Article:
Martin Miller on developing speed

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bingefellerbingefeller Frets: 5500
edited February 28 in Technique
This is the best and most concise video on developing speed that I have seen yet.  Martin explains the very open and closed loop systems in motor functions and why playing fast and sloppy is a good thing for gaining speed.  

https://www.youtube.com/watch?v=6Ft6p6dqWWY
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  • mburekengemburekenge Frets: 651
    I thought this was interesting also. I hope you goes further on this topic... adressin crossing strings etc.
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  • bingefellerbingefeller Frets: 5500
    I thought this was interesting also. I hope you goes further on this topic... adressin crossing strings etc.


    With regards to the issue of crossing strings you have to work out if you're an upward pick slanter or a downward pick slanter and then organize your lines to suit. 

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  • LewyLewy Frets: 727
    edited February 28
    I’ve heard exactly the same advice from bluegrass/flatpicker Steve Kauffman....”to speed up, you play faster”. 

    Learn what you’re trying to play at slow tempo, then push it knowing full well you’re going to crash and burn. Then slow it down, again, regroup and then push it again.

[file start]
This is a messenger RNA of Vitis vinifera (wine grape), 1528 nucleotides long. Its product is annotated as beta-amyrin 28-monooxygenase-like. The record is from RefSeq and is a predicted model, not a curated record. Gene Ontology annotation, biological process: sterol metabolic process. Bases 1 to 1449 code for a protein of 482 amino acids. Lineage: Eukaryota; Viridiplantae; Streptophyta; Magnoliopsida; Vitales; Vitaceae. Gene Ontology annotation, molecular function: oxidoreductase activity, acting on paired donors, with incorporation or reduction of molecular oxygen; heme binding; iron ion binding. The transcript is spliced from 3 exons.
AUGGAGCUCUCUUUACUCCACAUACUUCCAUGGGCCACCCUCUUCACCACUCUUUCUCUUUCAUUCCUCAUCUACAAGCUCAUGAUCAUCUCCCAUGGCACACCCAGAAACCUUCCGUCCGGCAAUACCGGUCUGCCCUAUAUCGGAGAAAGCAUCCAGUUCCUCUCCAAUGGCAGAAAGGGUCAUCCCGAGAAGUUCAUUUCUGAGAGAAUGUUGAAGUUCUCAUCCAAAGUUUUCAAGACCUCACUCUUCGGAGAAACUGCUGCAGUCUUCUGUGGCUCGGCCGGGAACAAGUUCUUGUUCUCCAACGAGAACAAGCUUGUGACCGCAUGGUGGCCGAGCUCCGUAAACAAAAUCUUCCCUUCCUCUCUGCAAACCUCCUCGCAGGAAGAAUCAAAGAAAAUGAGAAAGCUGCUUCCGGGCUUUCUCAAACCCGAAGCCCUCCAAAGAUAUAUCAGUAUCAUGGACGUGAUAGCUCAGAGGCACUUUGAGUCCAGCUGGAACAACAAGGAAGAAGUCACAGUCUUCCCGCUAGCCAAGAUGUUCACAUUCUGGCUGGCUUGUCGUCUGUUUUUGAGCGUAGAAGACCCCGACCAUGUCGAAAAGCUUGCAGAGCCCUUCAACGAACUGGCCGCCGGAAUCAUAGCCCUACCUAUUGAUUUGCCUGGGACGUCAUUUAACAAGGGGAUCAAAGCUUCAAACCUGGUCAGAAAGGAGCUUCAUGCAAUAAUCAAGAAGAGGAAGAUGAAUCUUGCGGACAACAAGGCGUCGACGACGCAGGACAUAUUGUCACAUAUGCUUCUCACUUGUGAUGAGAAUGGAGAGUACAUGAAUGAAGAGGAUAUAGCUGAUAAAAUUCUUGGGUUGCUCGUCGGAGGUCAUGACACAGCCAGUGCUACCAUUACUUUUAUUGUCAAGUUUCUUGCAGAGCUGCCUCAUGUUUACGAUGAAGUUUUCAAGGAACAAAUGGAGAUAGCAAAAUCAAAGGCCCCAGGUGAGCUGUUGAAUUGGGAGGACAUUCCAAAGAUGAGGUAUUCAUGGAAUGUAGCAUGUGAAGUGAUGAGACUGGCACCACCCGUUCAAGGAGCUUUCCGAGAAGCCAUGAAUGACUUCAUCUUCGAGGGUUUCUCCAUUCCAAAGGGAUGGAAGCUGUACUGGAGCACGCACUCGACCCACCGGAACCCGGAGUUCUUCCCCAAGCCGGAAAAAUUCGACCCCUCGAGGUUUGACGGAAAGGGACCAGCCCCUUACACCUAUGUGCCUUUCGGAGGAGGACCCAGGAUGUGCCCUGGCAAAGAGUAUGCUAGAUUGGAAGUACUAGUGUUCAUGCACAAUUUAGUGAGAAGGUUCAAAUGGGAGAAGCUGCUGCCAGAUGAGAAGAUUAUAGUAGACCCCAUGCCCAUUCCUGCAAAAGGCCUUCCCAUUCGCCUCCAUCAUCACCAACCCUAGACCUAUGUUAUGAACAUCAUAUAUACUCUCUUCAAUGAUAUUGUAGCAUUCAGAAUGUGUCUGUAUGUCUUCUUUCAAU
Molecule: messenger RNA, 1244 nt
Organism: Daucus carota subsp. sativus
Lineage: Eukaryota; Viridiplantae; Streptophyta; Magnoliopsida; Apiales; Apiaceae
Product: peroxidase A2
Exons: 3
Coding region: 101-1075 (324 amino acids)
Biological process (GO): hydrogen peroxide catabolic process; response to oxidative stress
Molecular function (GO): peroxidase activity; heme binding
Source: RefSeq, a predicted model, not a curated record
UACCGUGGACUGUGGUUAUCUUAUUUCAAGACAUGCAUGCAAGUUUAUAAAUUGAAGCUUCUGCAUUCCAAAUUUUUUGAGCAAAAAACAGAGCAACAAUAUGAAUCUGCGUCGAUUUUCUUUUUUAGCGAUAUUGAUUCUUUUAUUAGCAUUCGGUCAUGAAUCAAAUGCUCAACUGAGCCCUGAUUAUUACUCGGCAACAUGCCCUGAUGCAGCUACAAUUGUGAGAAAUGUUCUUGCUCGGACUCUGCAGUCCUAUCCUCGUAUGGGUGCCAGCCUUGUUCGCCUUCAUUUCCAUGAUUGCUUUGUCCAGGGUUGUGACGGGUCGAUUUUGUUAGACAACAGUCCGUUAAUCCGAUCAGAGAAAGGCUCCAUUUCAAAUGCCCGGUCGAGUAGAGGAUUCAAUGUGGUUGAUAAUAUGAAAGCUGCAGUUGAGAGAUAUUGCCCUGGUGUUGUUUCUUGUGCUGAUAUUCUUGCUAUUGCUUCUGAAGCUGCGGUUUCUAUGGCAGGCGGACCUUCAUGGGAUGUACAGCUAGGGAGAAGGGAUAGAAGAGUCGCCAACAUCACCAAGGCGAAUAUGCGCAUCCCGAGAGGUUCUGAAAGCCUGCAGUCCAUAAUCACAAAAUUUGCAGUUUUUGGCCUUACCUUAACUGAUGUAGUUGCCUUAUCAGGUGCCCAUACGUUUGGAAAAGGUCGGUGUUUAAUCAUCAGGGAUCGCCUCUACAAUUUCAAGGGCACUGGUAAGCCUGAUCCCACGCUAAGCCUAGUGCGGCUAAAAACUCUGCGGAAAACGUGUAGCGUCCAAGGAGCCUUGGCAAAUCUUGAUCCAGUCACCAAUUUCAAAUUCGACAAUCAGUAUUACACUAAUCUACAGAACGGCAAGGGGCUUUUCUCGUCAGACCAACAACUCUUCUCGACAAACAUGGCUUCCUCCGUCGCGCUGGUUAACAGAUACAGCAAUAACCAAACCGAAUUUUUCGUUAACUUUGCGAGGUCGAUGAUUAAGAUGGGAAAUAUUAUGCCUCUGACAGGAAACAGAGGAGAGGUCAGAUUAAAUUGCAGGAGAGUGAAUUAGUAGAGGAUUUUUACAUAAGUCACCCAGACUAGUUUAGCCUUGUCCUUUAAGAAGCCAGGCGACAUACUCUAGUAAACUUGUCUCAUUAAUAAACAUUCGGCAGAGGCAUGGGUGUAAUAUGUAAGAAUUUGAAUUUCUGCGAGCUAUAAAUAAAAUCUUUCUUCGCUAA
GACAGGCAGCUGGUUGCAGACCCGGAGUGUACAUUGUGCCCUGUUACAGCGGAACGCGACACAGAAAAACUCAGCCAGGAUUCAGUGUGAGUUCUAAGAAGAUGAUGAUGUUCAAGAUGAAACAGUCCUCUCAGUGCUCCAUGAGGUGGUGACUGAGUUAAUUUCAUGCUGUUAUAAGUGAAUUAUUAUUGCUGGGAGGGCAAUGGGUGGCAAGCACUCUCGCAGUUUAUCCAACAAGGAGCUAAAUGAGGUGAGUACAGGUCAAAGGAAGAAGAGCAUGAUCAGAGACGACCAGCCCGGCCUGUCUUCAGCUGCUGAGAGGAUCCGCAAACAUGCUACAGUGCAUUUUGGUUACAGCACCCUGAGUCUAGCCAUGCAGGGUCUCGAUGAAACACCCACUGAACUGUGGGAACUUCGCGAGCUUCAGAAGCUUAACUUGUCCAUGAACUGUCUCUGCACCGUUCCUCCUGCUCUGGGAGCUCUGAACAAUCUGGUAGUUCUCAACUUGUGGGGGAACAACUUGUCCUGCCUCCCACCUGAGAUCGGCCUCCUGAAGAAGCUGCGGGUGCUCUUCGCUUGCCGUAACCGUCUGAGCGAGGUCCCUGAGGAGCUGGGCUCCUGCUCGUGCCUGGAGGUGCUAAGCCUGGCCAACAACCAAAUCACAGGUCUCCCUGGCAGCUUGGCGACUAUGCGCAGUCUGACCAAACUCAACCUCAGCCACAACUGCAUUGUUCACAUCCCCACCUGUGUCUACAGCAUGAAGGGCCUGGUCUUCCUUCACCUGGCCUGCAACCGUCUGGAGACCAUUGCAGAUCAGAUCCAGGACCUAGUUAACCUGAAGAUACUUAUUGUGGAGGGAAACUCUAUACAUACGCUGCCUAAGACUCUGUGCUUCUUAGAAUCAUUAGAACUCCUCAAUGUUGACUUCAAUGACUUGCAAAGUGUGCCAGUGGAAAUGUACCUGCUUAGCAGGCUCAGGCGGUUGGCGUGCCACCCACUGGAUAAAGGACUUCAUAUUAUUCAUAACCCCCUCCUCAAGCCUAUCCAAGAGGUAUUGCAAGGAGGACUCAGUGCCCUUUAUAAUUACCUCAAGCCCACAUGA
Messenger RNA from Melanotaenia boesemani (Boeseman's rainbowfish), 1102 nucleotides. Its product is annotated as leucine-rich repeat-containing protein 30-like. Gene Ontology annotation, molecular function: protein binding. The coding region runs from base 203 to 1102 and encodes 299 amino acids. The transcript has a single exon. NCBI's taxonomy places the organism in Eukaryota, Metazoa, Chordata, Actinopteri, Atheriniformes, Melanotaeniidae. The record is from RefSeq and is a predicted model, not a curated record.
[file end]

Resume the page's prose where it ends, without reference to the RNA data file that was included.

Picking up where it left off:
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  • I like Martin Miller's view on things, including fretboard visualisation and techniques. His straight talking perspective always seems to make sense to me. And he clearly has credibility based on his amazing skills.
     
    It's not a competition.
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  • RedRabbitRedRabbit Frets: 261
    Thanks for that @bingefeller ;

    I'd not come across Martin Miller before but he talks a lot of sense and, from some of his other videos, he's clearly a great player as well.

    The old "practise slow and speed it up" technique never worked for me but I've been making good progress with burst playing and chunking.  I'm still not fast by most people's standards but I think that's due to the stop/start nature of my practising.  I'm sure if I stuck to it religiously for 6 months I'd see huge gains. I guess the old advice must have worked for some that it's stuck around so long though.
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  • musteatbrainmusteatbrain Frets: 508
    I just came on here to start a thread on this but you beat me to it
    couldn’t agree more with the link
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  • bingefellerbingefeller Frets: 5500
    I just came on here to start a thread on this but you beat me to it
    couldn’t agree more with the link

    It's a great video, I downloaded it from Youtube and am keeping it in my guitar lessons folder.  A lot of it is also discussed in Martin's interview with Troy Grady and also Troy has some interviews with Dr Noa Kageyama about performance psychology and how to optimize your practice habits.  They also talk about chunking / closed loops.  It's an interesting concept that I'd never heard of until a lot of months ago, but it certainly makes sense.